The Supreme Court of Israel ruled Aug. 27 that a Jewish settlement in the occupied West Bank had been built on land that was privately owned by Palestinians, and as a result, the settlement had to be removed. The case involved the settlement of Mitzpe Kramim, an outpost in the Jordan Valley built 20 years ago. The settlers claimed that they had been granted authority to build there by the Israeli government. Palestinian plaintiffs filed suit in 2011, arguing that they were the legal owners of the land and the construction that had been undertaken by the settlers was illegal. They asked that the buildings be evacuated.
Brazilian Military Police completed the eviction of a long-standing land occupation called Quilombo Campo Grande in Minas Gerais state on Aug. 14, after a struggle of almost three days. Police brought in armored vehicles and fired tear-gas to clear the community from the land, before moving in to destroy homes and crops. Also demolished was the Eduardo Galeano Popular School, where children, youth and adults studied together. The Landless Rural Workers Movement (MST), whose followers established the squatter community 22 years ago, protested that the mass eviction leaves some 450 families homeless in the midst of a pandemic.
The Sudanese government is sending more forces to the restive Darfur region, following a new escalation in violence there. Prime Minister Abdalla Hamdok said the troops are to protect people during the farming season. Dozens of people have been killed and several villages destroyed in Darfur over the past weeks. The most recent outburst came on July 25, when some 500 armed men attacked Masteri village, West Darfur, killing at least 60 people from the Masalit ethnic group. In a separate incident that same day, another armed group attacked the Um Doss area in South Darfur, killing at least 20 people.
The Supreme Court of Canada dismissed an appeal by the Squamish and Tsleil-Waututh First Nations in British Columbia, ending their years-long battle against the construction of the Trans-Mountain Pipeline. The pipeline is a controversial project to carry crude oil between Alberta and British Columbia's coast. The First Nations filed their appeal after a February decision by the Canadian Federal Court of Appeals that upheld the pipeline's legality. "The consultation process initiated by Canada invited the participation of 129 indigenous groups impacted by the project," stated that ruling, "and more than 120 either support or do not oppose it." The Squamish and Tsleil-Waututh contested this. In a 2018 appeal, the Tsleil-Waututh nation asserted sovereignty over the land, and their "freestanding stewardship, harvesting and cultural rights in this area." Both nations further claimed that the pipeline's construction would obstruct access to water, game and agricultural resources.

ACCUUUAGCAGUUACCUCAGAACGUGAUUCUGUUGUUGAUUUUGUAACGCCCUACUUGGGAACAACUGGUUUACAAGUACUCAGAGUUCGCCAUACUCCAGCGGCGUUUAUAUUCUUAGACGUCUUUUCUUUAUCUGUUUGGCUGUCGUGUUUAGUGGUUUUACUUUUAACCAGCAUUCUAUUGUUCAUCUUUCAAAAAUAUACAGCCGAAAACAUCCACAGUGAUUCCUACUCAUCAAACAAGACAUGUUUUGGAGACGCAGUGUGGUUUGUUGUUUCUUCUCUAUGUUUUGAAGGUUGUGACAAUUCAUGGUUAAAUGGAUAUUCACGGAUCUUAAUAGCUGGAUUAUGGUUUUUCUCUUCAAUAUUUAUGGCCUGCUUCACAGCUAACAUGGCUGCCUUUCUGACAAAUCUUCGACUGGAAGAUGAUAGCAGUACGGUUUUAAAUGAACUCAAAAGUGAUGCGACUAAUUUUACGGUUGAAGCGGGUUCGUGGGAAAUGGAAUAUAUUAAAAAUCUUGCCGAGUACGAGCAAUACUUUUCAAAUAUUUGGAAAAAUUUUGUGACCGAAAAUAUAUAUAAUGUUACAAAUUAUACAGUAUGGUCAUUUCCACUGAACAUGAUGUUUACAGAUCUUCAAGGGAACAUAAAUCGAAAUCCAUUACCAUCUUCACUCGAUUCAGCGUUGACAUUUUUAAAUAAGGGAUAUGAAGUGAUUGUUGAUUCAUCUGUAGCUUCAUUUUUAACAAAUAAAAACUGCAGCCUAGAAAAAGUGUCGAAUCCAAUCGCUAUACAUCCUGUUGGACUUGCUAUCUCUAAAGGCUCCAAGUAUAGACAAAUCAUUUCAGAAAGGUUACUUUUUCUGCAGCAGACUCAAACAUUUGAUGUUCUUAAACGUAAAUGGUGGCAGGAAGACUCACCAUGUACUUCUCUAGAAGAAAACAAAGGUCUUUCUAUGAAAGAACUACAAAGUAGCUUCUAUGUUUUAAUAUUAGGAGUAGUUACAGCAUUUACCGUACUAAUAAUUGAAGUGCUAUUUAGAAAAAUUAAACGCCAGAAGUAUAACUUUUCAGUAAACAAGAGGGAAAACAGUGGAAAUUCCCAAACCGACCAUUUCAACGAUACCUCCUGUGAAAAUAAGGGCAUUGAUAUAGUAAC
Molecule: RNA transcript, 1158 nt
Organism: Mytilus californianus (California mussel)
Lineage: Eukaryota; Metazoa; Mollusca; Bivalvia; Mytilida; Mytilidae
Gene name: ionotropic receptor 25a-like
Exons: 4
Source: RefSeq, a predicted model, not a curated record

The ongoing conflict between settled farmers and Fulani herdsmen in northern Nigeria exploded into violence again this week in Bauchi state. The clash at Zadawa village left nine dead and several injured on both sides. The village is part of the Misau Local Government Area, a traditional emirate recognized by the state and national authorities. In the aftermath of the communal violence, Bauchi Gov. Bala Mohammed officially suspended the powers of the emir of Misau, Alhaji Ahmed Suleiman, finding that he had taken actions that led to the escalation. At issue were lands owned by the emirate on the periphery of the village that had long been used for grazing by Fulani herders, but which were turned over to local farmers. Restoration of the emirate's powers are pending, based on the findings of a commission called by the governor to investigate the matter. (Sahara Reporters, Vanguard, Lagos, Premium Times, Abuja, July 3)
UN High Commissioner for Human Rights Michelle Bachelet on June 29 called on Israel to halt its efforts to annex parts of the occupied West Bank. Israel plans to annex settlements in the West Bank, as well as areas of the Jordan Valley, in the coming days. Bachelet said that, regardless of how much land Israel tries to annex, such a move is illegal. She added that while the consequences of annexation would be hard to predict, "they are likely to be disastrous for the Palestinians, for Israel itself, and for the wider region."
A joint Jewish-Palestinian rally against Israeli plans for annexation of West Bank settlements drew thousands to Tel Aviv's Rabin Square on June 6. The protest was originally forbidden by the authorities due to fears over the coronavirus, but police relented and issued a permit the previous night. Organizers took measures to ensure that "distancing" regulations were observed. Vermont Sen. Bernie Sanders addressed the rally via video conference, saying he was "heartened" to see Arabs and Jews demonstrating together. "The plans to annex any parts of the West Bank must be stopped," he stated. "The occupation must be ended and we must work together for a future of equality and dignity for all people in Israel and Palestine."
Saudi activists and dissidents are disputing official accounts alleging that a northern tribesman who refused government orders to surrender his home to make way for a new mega-project was killed in a shoot-out with security forces. Authorities say Abdul Rahim Ahmad al-Hwaiti, from Tabuk province on the Red Sea, was a "wanted terrorist" who opened fire on State Security agents when they arrived at his home in Khraybah town April 15. But the incident came two days after al-Hwaiti posted a video statement saying he and other local residents were being pressured by the government to give up their properties and accept financial compensation. Al-Hwaiti, a member of the powerful al-Huwaitat tribe, said: "Anyone who refuses to leave the area would be arrested by government agents." He accused the government of a policy of "forced displacement."